Third U.S. National Climate Assessment Released

By Gabrielle Sigel.

Last month the U.S. Global Change Research Program released the Third U.S. National Climate Assessment, titled "Climate Change Impacts in the United States" ("the Assessment"). The Assessment was three years in the making and was based on the work of more than 300 experts from academia, government, business, and NGOs.

The 800-plus page Assessment contains twelve overall findings, which are incorporated into six chapters on various environmental or societal sectors, such as urban systems and Indigenous Peoples. The Assessment also evaluates climate change impacts by region of the country, including a discussion of effects on the coasts of ocean and internal waterways. The twelve key findings are:

1.  Global climate is changing and this is apparent across a wide range of observations.

2.  Some extreme weather and climate events have increased in recent decades, and new and stronger evidence confirms that some of these increases are related to human activities.

3.  Human-induced climate change is projected to continue, and it will accelerate significantly if emissions of heat-trapping gases continue to increase.

4.  Impacts related to climate change are already evident in many sectors and are expected to become increasingly disruptive across the nation throughout this century and beyond.

5.  Climate change threatens human health and well-being in many ways.

6.  Infrastructure is being damaged by sea level rise, heavy downpours, and extreme heat; damages are projected to increase with continued climate change.

7.  Water quality and water supply reliability are jeopardized by climate change in a variety of ways that affect ecosystems and livelihoods.

8.  Climate disruptions to agriculture have been increasing and are projected to become more severe over this century.

9.  Climate change poses particular threats to Indigenous Peoples' health, well-being, and ways of life.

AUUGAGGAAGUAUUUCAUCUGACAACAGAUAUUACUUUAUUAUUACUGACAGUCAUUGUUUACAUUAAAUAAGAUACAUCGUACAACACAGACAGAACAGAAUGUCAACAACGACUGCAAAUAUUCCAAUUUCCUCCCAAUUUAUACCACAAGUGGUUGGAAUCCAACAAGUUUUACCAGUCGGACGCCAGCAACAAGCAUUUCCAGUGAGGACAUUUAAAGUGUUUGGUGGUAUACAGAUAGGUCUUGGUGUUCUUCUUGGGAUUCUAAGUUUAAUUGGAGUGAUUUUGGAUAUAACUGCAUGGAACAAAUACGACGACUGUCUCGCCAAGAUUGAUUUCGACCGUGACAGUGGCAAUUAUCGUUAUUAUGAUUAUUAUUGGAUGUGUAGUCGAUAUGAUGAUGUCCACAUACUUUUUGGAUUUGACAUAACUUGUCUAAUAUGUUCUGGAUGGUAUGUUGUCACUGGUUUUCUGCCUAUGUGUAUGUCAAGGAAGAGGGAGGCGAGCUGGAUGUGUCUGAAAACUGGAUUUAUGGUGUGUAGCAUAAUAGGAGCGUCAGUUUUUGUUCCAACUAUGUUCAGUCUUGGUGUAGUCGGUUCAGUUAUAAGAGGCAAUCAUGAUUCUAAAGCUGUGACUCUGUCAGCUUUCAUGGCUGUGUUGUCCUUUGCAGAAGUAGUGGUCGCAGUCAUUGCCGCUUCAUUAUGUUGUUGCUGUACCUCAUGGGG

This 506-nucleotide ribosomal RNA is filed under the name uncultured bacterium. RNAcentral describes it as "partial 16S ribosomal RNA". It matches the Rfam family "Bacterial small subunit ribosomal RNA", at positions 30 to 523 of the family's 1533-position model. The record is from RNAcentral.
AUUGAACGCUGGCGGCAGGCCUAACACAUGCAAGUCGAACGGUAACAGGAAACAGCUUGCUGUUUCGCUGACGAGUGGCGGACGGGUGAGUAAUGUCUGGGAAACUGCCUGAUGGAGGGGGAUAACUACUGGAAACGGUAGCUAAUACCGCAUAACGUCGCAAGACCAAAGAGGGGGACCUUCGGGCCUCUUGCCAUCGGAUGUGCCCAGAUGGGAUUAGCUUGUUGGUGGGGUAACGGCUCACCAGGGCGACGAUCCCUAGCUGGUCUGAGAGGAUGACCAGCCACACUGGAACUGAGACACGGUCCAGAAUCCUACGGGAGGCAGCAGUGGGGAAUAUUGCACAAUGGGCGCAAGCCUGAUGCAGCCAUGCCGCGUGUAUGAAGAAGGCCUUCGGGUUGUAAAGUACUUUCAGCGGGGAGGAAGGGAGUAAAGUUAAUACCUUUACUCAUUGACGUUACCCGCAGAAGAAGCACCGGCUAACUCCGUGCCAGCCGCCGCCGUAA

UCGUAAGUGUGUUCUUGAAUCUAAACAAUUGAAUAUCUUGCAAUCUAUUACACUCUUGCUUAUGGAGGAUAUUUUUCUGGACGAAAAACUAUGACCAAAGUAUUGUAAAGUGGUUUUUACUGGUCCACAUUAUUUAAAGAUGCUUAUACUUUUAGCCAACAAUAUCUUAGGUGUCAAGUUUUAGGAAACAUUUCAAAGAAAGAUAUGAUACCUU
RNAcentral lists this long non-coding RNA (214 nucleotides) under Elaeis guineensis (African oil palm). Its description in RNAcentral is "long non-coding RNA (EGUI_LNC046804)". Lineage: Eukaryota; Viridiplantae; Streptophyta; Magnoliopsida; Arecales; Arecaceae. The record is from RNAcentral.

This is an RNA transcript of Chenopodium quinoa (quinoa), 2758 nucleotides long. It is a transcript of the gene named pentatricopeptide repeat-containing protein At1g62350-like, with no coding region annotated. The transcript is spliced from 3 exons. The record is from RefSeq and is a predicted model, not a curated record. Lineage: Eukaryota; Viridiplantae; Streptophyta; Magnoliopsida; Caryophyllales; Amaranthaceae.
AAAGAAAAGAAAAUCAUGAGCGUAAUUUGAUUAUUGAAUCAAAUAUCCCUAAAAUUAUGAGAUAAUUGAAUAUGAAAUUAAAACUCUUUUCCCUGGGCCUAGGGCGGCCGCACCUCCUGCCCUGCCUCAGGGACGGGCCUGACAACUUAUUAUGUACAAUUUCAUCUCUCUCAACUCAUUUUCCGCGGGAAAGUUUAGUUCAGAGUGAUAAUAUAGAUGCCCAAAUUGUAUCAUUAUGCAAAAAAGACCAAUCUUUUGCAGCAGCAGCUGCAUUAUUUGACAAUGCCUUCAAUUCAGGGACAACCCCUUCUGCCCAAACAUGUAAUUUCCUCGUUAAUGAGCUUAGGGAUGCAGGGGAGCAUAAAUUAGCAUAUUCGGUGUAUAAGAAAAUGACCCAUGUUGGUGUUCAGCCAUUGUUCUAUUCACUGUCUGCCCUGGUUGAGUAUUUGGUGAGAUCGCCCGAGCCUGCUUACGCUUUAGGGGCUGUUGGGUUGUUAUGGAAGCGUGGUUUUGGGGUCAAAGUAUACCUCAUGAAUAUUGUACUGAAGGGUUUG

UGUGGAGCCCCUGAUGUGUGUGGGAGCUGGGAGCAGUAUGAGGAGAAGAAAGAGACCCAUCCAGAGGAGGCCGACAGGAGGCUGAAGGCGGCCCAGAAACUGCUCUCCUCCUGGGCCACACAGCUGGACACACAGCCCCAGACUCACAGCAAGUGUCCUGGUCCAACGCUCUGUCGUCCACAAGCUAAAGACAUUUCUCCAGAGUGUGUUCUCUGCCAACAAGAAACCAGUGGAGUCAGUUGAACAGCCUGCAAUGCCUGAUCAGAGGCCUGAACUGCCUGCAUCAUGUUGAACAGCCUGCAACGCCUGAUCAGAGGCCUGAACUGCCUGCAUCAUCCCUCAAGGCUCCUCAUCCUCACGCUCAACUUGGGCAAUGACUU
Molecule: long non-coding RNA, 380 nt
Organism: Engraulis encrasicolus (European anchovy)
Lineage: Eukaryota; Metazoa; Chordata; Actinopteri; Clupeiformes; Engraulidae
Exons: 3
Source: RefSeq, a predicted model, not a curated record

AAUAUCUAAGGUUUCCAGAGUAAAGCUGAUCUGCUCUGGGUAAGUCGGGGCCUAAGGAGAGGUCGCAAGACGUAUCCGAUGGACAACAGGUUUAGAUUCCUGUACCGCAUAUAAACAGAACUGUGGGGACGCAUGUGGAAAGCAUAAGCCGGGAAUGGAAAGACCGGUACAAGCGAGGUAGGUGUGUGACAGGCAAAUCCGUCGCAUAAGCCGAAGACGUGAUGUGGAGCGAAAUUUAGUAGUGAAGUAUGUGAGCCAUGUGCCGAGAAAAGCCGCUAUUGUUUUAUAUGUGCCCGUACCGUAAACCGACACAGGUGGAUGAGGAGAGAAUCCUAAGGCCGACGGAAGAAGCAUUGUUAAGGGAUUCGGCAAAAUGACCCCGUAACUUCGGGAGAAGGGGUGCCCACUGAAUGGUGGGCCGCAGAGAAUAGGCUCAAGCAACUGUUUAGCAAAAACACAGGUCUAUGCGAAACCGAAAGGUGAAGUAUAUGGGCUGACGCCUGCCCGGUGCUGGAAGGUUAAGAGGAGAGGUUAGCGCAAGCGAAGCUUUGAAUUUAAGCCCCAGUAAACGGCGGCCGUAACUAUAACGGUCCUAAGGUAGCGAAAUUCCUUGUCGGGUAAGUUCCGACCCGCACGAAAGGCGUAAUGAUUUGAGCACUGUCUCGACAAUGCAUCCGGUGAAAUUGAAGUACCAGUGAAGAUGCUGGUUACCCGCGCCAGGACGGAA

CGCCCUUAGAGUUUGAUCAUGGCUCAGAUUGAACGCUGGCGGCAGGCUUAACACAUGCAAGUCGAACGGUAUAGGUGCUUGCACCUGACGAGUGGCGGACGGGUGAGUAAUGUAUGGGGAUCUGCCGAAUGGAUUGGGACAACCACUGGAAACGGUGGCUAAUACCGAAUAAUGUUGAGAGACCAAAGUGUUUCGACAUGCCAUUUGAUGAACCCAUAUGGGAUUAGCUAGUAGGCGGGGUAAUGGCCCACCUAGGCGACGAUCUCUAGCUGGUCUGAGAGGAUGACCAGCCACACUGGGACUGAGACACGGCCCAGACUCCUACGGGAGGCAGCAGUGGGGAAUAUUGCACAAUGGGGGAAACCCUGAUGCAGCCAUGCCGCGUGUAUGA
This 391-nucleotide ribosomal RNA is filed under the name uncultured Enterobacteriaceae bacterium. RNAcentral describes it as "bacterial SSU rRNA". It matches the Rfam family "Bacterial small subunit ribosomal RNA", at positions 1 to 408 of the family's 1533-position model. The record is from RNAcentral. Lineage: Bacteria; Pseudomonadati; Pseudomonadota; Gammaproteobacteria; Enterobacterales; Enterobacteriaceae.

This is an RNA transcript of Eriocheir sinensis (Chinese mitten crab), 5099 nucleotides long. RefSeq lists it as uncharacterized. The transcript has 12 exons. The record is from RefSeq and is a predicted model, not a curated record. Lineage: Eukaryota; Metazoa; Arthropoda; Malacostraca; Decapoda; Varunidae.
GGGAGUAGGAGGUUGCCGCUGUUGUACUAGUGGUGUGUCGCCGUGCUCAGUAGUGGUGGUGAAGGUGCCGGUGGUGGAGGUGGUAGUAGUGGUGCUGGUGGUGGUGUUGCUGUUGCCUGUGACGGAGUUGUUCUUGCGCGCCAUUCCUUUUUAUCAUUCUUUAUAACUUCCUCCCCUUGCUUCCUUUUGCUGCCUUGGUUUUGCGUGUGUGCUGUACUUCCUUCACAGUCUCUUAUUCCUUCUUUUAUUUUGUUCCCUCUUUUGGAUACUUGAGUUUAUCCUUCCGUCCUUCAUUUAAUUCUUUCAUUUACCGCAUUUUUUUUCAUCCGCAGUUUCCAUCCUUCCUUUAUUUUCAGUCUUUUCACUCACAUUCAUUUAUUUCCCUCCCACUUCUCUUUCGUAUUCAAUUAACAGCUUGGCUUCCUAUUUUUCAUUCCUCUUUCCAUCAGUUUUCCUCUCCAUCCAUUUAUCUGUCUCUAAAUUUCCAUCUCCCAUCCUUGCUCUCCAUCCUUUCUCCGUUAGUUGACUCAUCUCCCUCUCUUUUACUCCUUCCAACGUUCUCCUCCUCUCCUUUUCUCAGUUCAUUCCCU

10.  Ecosystems and the benefits they provide to society are being affected by climate change. The capacity of ecosystems to buffer the impacts of extreme events like fires, floods, and severe storms is being overwhelmed.

11.  Ocean waters are becoming warmer and more acidic, broadly affecting ocean circulation, chemistry, ecosystems, and marine life.

12.  Planning for adaptation…and mitigation…is becoming more widespread, but current implementation efforts are insufficient to avoid increasingly negative social, environmental, and economic consequences.

Key response steps recommended by the Assessment include adaptation, mitigation, additional research, and decision-making integrating adaptation and mitigation measures. This Assessment also recommends a "sustained assessment process," rather than developing reports periodically, as has happened in the past.

After detailing the significant negative impacts of climate change throughout the country, the Assessment's companion "Highlights" report concludes more optimistically that "the amount of future climate change and its consequences will still largely be determined by our choices, now and in the near future. There is still time to act to limit the amount of climate change and the extent of damaging impacts we will face."

The Assessment was prepared under the oversight of the National Climate Assessment and Development Advisory Committee, which was established at the end of 2010 by the U.S. Department of Commerce. A National Climate Assessment must be conducted every four years pursuant to the 1990 Global Change Research Act, which has resulted in prior assessment reports being released in 2000 and 2009.

  Gabrielle Sigel, Partner, Jenner & Block

Read more at Corporate Environmental Lawyer Blog by Jenner & Block LLP.

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